Growing up one of my favorite puzzle games was Labyrinth. I would sit at that wooden box for hours using the side knobs to guide the ball around the board and get frustrated when things didn't go my way. Well now I can play for hours without getting my hands tired with Plunk! by OMG! Brews Games. Guess I'm a sucker for nostalgia but this is an enjoyable game that was meant to be played on the PlayBook. It makes you feel as if you're tinkering with that wooden box again and is sure to keep you occupied for hours.
Right off the bat the first thing you notice is how precise and accurate the marble glides across the board with ease. All you need to do is tilt your Playbook in all directions to navigate the marble through the maze, around the holes and obstacles into the target. It's very responsive so that even the slightest movement in the wrong direction will land you in hot water. Although I do love that my trick from the original works here as well: that if you propel the marble fast enough it will glide over the hole and not fall in. This does come in handy for a couple of the higher levels if you do it right.
Plunk is a challenging game that really flexes your hand-eye coordination especially when there are two, three, four, or more marbles on the board simultaneously. Furthermore, I tend to keep my games on mute while playing but for those of you who like to crank it up you'll enjoy the realistic sounds of the marble moving across the wood. It's extremely detailed with five different boards all named after different types of wood (Pine, Camatillo, Rosewood, Kingwood, and Mahogany) each comprised of twelve levels ranging from Easy to Hard.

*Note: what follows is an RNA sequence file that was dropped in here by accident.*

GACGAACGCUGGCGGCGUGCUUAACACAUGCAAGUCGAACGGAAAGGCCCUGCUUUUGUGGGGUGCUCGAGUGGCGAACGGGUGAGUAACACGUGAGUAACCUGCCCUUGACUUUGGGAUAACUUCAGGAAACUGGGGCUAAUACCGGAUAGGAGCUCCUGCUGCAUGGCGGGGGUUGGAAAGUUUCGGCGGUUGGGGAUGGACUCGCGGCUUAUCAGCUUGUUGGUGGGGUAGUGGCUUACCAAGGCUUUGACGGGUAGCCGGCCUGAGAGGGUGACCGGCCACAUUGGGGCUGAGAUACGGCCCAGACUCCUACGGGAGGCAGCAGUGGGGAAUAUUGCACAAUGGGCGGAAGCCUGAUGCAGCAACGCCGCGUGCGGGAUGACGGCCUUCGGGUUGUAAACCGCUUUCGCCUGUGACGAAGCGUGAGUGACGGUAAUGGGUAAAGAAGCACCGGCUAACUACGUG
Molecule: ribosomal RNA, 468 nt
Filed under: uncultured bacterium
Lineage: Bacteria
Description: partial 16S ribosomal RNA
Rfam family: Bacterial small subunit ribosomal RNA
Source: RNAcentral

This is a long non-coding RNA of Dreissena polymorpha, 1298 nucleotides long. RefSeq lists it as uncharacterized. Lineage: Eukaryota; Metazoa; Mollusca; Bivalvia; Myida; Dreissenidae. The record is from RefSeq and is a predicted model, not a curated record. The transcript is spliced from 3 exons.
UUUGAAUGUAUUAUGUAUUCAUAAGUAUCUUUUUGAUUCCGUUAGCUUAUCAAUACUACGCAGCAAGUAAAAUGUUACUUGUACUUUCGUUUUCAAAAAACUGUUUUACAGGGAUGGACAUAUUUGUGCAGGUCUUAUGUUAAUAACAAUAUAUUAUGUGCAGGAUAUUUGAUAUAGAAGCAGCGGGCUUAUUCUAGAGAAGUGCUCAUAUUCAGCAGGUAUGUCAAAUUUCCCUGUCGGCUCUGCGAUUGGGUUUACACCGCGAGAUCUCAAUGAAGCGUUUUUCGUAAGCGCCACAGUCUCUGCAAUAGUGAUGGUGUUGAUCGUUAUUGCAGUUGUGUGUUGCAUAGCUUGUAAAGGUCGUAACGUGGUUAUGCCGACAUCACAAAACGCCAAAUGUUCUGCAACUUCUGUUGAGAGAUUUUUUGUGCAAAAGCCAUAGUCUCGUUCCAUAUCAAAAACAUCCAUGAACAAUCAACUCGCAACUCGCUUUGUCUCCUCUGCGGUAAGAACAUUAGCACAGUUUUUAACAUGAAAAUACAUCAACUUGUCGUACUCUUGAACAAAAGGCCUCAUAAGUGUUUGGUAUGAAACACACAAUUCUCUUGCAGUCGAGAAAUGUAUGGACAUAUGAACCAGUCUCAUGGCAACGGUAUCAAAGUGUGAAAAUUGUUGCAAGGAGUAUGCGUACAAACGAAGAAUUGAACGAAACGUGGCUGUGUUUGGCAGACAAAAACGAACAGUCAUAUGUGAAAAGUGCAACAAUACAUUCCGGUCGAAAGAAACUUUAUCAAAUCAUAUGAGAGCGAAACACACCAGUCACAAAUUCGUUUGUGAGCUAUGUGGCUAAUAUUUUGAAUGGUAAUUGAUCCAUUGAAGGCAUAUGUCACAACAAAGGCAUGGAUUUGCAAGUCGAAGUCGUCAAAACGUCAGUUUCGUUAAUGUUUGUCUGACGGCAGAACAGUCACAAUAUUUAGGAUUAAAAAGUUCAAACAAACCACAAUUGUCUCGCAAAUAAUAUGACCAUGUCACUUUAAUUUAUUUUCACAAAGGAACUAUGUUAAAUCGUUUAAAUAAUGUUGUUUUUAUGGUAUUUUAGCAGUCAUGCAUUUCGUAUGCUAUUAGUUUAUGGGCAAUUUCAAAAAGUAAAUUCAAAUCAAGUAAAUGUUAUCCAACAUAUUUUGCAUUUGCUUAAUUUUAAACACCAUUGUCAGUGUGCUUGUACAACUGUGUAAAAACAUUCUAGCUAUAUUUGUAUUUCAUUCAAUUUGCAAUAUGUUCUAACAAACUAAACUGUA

I absolutely love this game but you don't have to take my word for it. While there is a sixtey level premium version for $1.99 there is also a lite version that features the first twelve levels of the Pine board. So why not try it out for yourself and let us know what you think in the comments below. The one thing that did bother me after awhile is having to align the red ball with the target before each level begins. Other than there's no reason why you shouldn't give this a whirl.